There will be a €94 billion Brexit-related hole in the EU budget for 2021-27 if business continues as before and the United Kingdom does not contribute. The authors show that freezing agriculture and cohesion spending in real terms would fill the hole, but new priorities would then need to be funded by an increase in the percent of GNI contribution.
Two years of elections have shown that we live in an age of increasing political and economic populism. What are the consequences of that for central banks? We explore opinions about it, from both 2017 and more recently.
It is a contradictory time for Europe. The economy is recovering but the political climate is uncertain. There is excitement about common projects but also rifts and increasing nationalism and populism.
As the US administration imposes new tariffs on steel and aluminium and considers further protectionist measures, we look at bilateral trade flows between the US and the EU28 across different types of products.
The U.S. administration is considering to impose tariffs on steel (25%) and aluminium (10%), based on a national security argument. We review economists’ views about this major shift in U.S.’ trade policy.
On 27 February 2018 Zsolt Darvas testified at the Home Affairs Committee of the House of Commons. This inquiry explores the potential trade-offs between economic integration and migration policy, and the UK and EU’s approach to the negotiations.
Many EU-level reports have highlighted a European Deposit Insurance Scheme (EDIS) as a necessary component of banking union, but none of these options has met sufficient consensus among euro-area countries. The authors of this blog propose to end the deadlock with an EDIS design that is institutionally integrated but financed in a way that is differentiated across countries.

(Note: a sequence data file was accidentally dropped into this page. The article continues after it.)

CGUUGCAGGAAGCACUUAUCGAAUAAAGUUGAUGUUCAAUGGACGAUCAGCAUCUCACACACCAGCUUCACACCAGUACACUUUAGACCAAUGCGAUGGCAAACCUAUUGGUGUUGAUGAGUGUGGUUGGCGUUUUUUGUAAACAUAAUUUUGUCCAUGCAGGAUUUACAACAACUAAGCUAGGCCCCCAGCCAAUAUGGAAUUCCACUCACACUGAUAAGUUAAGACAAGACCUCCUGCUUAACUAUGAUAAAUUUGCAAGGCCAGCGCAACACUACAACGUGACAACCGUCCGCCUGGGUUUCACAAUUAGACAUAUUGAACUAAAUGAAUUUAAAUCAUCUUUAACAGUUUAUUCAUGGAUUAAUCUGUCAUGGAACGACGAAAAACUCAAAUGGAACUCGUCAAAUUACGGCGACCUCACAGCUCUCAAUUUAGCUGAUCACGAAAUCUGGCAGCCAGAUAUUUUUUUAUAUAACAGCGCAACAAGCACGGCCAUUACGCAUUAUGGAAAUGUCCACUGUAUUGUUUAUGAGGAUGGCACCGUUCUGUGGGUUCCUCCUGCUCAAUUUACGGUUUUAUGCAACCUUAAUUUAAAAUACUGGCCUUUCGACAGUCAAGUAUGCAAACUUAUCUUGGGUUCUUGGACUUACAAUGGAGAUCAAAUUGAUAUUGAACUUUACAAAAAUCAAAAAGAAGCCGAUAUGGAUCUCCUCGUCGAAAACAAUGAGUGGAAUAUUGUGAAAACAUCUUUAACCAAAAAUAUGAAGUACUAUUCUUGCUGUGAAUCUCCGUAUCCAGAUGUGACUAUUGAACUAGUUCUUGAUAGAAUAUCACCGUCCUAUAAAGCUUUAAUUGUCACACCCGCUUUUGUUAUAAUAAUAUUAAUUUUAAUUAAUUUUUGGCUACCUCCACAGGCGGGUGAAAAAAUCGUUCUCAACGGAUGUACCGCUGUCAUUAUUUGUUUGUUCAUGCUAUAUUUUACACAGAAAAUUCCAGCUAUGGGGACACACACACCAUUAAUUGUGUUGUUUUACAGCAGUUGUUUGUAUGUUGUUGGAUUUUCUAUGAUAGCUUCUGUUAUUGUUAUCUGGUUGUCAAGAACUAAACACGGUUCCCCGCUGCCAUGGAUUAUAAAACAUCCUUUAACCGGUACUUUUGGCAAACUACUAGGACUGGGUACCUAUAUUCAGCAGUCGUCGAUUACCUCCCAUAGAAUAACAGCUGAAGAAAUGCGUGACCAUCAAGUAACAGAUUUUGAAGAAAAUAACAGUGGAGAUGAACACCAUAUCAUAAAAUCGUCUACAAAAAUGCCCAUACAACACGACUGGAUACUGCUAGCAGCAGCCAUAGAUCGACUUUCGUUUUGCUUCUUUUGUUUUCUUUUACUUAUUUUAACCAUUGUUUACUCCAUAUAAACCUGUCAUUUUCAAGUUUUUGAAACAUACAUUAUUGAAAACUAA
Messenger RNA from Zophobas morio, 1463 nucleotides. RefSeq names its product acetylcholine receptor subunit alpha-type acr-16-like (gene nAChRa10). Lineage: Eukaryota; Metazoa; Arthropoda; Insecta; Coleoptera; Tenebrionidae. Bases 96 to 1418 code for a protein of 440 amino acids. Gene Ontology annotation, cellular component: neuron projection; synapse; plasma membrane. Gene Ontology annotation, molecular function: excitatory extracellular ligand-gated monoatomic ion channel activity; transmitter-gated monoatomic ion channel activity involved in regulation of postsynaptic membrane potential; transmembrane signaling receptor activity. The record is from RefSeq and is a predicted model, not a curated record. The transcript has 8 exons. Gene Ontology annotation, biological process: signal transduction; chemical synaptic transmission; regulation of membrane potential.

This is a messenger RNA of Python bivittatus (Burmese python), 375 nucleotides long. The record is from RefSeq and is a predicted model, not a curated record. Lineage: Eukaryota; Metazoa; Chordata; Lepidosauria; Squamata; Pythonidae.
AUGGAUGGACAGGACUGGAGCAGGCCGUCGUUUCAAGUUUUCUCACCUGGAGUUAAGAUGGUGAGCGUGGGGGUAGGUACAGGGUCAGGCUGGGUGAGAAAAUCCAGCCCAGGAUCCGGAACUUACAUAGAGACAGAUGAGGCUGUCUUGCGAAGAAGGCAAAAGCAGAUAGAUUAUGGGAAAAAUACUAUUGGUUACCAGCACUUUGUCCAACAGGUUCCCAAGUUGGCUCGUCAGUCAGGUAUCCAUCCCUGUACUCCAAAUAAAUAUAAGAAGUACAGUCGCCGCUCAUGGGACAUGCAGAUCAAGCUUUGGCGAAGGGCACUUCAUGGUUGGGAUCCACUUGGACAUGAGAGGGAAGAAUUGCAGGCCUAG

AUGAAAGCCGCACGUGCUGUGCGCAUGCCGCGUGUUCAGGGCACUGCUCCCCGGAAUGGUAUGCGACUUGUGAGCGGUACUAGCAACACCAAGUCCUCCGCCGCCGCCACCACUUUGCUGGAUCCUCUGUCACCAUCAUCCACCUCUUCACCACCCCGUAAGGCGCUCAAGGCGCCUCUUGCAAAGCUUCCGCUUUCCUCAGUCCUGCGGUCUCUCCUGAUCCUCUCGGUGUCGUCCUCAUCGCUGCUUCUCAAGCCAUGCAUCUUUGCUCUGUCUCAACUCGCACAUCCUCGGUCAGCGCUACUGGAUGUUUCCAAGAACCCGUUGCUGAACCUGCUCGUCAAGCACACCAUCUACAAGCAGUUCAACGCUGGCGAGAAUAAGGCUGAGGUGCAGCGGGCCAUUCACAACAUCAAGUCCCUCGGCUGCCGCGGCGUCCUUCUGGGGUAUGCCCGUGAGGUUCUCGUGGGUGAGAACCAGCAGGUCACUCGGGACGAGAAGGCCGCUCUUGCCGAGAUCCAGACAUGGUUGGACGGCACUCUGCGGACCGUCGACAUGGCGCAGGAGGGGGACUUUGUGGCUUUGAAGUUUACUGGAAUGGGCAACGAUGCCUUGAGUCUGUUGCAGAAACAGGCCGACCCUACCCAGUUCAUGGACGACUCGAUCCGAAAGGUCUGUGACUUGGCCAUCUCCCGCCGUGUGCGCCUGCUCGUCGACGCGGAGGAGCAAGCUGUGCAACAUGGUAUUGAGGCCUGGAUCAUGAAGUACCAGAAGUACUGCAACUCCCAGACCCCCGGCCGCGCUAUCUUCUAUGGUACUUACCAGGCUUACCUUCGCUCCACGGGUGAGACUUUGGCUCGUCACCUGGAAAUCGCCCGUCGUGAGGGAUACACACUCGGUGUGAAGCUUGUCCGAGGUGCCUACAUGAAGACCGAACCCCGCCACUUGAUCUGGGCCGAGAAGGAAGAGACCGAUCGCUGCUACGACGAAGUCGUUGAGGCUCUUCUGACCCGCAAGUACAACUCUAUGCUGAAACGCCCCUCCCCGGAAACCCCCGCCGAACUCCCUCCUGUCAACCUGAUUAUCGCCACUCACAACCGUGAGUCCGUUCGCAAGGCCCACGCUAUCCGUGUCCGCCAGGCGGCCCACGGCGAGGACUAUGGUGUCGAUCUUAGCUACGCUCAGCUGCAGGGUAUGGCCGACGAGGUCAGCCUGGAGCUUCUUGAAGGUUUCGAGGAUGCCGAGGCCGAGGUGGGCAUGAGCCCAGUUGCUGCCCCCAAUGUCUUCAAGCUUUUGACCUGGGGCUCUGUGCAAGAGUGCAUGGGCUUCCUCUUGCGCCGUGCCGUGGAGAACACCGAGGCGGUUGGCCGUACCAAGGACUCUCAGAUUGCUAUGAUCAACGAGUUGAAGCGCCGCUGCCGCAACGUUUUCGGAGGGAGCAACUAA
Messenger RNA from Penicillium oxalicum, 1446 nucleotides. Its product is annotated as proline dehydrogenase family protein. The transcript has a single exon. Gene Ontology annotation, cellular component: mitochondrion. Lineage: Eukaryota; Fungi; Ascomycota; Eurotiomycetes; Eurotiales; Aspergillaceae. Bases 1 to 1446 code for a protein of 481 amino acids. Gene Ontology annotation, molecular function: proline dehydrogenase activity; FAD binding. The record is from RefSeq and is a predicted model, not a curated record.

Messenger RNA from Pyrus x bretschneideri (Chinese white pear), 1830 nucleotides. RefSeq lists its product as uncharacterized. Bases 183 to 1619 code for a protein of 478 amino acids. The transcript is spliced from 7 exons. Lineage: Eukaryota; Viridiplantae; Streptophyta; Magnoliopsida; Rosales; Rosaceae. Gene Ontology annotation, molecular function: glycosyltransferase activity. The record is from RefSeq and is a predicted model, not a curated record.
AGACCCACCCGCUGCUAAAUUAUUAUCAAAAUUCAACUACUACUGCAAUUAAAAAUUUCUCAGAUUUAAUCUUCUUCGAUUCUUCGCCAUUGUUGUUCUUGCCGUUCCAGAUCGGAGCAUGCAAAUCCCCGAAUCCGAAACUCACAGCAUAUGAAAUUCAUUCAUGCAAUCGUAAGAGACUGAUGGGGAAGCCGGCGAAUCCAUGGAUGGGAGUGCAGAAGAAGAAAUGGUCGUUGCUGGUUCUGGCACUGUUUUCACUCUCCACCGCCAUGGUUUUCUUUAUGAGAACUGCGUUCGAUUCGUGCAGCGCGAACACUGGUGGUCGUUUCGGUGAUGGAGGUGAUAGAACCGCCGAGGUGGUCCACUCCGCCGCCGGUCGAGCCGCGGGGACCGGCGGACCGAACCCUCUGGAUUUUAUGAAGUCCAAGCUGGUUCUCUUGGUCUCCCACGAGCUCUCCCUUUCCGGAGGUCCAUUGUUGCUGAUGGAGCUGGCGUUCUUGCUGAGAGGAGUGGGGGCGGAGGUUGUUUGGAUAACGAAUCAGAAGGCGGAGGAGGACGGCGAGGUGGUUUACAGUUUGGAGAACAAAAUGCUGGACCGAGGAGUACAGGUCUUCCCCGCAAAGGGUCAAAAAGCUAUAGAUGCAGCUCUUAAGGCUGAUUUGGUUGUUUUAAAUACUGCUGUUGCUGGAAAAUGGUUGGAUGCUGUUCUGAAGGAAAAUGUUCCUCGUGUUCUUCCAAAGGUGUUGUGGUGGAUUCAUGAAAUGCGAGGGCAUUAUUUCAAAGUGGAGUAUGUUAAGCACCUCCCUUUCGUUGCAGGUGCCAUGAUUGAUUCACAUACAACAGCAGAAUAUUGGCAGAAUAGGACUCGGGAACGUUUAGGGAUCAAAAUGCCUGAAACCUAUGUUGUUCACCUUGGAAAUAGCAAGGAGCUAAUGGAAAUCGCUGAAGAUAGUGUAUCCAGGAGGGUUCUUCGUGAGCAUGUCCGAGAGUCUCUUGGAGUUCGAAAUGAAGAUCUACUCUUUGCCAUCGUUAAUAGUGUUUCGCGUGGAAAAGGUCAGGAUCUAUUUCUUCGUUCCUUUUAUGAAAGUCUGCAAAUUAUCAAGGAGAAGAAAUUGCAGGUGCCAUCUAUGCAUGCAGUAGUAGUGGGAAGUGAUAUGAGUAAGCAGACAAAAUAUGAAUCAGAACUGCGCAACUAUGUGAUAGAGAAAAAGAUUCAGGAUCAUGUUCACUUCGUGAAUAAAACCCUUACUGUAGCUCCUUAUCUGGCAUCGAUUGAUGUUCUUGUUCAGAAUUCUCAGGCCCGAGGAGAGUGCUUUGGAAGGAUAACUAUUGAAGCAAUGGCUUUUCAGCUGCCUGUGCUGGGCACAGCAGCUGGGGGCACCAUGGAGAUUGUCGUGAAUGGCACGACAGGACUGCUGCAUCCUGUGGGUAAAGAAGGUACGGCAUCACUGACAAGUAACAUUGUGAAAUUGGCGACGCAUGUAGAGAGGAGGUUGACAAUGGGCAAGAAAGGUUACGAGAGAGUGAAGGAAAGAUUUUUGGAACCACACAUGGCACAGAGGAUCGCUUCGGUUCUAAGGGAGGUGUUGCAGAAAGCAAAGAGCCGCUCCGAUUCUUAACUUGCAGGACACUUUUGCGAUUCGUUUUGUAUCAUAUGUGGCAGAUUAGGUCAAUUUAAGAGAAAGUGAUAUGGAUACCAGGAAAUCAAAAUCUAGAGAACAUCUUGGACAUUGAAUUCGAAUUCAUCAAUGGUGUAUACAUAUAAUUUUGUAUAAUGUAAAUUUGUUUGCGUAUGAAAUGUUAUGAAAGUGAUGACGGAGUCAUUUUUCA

Bruegel deputy director Maria Demertzis hosts this episode of 'The Sound of Economics', with Gideon Rachman, chief foreign affairs correspondent at the Financial Times, and Manfred Weber, chair of the EPP Group in the European Parliament, joining Bruegel director Guntram Wolff for a discussion of the future of euro-area governance.
On February 23, EU members began negotiations on the bloc's multiannual financial framework for 2021-2027. But, with all countries focusing on net balances – how much they receive minus how much they pay – will the composition of spending bear any relation to the EU’s stated priorities?
While the prospect of a gridlock reassured investors about the short-term risk of an anti-establishment government, Italy still needs a profound economic shake-up and is in no position to afford months or years of dormant governments.
Bruegel senior fellow André Sapir clarifies the UK's options for a new relationship with the EU in the wake of Brexit.
Italy goes to the polls on March 4, with a new electoral law that is largely viewed as unable to deliver a stable government. We review recent opinions and expectations, as well as economists’ assessment of the cost/coverage of parties’ economic promises.